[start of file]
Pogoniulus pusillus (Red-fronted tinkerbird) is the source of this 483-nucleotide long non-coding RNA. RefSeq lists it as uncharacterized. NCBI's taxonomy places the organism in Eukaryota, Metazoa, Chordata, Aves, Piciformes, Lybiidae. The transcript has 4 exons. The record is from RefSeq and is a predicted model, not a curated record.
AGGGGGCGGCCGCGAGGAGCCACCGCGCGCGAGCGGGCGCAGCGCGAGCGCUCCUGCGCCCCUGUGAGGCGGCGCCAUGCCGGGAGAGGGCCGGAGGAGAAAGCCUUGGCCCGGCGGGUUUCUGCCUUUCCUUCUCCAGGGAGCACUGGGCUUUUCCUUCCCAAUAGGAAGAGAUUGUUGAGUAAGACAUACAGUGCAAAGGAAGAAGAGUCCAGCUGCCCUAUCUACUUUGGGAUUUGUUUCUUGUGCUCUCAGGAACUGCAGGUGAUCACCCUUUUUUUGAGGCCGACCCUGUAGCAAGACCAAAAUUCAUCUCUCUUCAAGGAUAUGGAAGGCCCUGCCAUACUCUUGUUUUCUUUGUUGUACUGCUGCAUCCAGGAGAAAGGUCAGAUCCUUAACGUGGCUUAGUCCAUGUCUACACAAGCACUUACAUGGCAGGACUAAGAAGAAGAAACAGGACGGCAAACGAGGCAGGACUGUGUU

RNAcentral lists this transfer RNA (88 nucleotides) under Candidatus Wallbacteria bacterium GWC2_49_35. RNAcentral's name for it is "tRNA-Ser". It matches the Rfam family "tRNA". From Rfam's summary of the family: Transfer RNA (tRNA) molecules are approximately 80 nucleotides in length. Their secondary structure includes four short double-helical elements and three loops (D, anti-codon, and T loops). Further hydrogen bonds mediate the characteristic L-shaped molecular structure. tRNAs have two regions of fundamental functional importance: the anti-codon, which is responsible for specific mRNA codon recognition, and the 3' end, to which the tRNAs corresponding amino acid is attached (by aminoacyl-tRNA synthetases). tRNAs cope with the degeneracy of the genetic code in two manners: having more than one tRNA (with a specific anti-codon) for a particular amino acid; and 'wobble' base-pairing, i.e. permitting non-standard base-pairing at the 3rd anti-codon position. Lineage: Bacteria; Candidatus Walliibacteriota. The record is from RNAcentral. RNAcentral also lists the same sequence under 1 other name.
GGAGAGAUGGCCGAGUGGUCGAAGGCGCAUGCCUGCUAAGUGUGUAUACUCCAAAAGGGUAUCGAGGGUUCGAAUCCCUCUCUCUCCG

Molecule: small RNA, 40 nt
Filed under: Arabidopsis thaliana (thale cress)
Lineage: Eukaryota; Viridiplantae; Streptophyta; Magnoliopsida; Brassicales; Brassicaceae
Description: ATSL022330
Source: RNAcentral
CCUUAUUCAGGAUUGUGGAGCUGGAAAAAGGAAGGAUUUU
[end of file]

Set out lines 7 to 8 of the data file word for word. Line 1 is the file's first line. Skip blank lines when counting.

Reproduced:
Lineage: Eukaryota; Viridiplantae; Streptophyta; Magnoliopsida; Brassicales; Brassicaceae
Description: ATSL022330